“Gee, wonder why that didn’t come up,” Evan muttered while his mom’s face flushed a bit.
“This is Mattie,” Evan said. “And this is Alex.”
“Nice to meet you,” Alex said politely, waving at Evan’s mom.
“It’s great to meet you both,” His mom said, smiling. “I’ve heard so much about you.”
That was a damn lie because all Evan told her was that his roommates were doctors and that they were nice and, as of literally Wednesday, that they had taken him out to dinner.
“Evan said you were such a badass,” Mattie said. “You went back to school to become a paralegal while you were working full time as a CNA? That’s hardcore.”
His mom was really blushing now. “I just… Wanted to set a good example for Evan,” She said awkwardly.
“And then he went and became a lawyer,” Alex said.
“Not yet,” Evan mumbled.
“Soon though!” His mom said brightly. “He’ll be a lawyer soon enough.”
“Yeah, he totally nailed the bar,” Mattie said.
“Excuse me,” Evan said, hurrying off toward the bathroom, where he cracked the window and smoked a cigarette so he didn’t freak the fuck out in front of his mom and his roommates. He noticed his hands were shaking a little and swallowed hard, trying to get them to hold still. He reached for his phone, to check the date, to be positive it was really Friday and he wasn’t looping again.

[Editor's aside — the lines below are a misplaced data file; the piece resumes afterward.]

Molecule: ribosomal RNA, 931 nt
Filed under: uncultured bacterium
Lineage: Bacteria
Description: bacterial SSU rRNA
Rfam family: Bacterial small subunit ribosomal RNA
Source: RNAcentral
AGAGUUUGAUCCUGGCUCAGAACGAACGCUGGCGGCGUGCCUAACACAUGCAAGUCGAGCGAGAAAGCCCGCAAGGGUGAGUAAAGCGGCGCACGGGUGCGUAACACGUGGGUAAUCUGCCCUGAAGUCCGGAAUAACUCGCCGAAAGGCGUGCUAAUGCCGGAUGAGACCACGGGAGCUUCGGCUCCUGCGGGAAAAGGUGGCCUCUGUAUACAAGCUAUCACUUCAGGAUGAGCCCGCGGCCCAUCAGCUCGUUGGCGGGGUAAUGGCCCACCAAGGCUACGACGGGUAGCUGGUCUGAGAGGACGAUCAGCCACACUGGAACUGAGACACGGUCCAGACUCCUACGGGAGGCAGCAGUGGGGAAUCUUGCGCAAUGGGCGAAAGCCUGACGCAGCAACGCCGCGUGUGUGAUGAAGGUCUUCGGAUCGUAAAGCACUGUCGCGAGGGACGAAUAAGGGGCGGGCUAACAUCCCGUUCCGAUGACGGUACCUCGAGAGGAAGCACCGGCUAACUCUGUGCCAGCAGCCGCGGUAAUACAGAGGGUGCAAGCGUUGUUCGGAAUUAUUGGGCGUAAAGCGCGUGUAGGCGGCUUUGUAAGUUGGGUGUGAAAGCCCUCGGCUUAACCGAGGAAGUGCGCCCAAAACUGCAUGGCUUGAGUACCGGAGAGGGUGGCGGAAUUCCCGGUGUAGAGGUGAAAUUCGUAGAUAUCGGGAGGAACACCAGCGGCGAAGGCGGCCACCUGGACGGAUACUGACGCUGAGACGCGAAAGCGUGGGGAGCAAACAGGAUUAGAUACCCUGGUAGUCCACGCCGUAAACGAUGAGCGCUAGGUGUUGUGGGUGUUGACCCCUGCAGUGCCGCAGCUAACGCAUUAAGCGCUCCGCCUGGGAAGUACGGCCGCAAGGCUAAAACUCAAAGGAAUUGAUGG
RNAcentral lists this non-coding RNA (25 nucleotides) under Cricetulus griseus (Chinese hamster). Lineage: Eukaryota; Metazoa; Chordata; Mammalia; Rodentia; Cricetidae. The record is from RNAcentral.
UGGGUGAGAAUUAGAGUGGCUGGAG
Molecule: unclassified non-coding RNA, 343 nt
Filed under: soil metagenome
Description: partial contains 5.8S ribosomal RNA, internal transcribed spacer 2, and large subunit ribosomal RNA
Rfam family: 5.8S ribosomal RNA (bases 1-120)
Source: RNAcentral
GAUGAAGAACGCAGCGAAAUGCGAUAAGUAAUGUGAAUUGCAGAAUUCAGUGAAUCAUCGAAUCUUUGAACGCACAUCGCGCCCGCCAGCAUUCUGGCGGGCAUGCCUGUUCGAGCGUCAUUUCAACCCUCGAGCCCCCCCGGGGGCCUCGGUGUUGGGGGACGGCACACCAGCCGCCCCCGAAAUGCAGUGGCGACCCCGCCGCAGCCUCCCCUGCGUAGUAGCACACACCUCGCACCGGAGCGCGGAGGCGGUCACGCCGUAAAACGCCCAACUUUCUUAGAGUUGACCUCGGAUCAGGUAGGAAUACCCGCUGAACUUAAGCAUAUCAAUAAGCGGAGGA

It was Friday.
He had finished taking the bar and, God willing, he would be a lawyer.
He had a text from Connor. “Dude your mom is great.”
“I think you’re abusing the privilege of having my phone number,” He replied, trying to soak up the feeling of talking easily with a person who understood.
“Oh so maybe I shouldn’t text you stuff like… Maaaaaaaaanhole?”
“Fuck off.” Evan texted, exhaling shakily. Then he worried he might seem rude, so he added an “lol” to indicate it wasn’t hostile.
So apparently he and Connor were actually doing this. They were talking. To each other. Now that they were done dying. That was… different.
Evan was pretty exhausted honestly. His roommates being all friendly and meeting his mom… Connor still texting him, running into him with his mom and having her harrange him about asking the nice boy from the bookstore out… Having only recently stopped reliving the same day.
That was a lot.
This was maybe too much.
He finished the cigarette and flushed the butt and then said a silent apology to the entire earth because that was bad for the environment. Then he sprayed some of the eco-friendly bathroom spray he had bought because at this point he would rather his mother and roommates think he was constantly shitting than secretly smoking. He washed his hands and took a breath and walked back into living room, where Mattie was talking to Evan’s mom about a vaginal birth she had assisted with while Alex was just… in the kitchen.
“Are you cooking?” Evan asked Alex.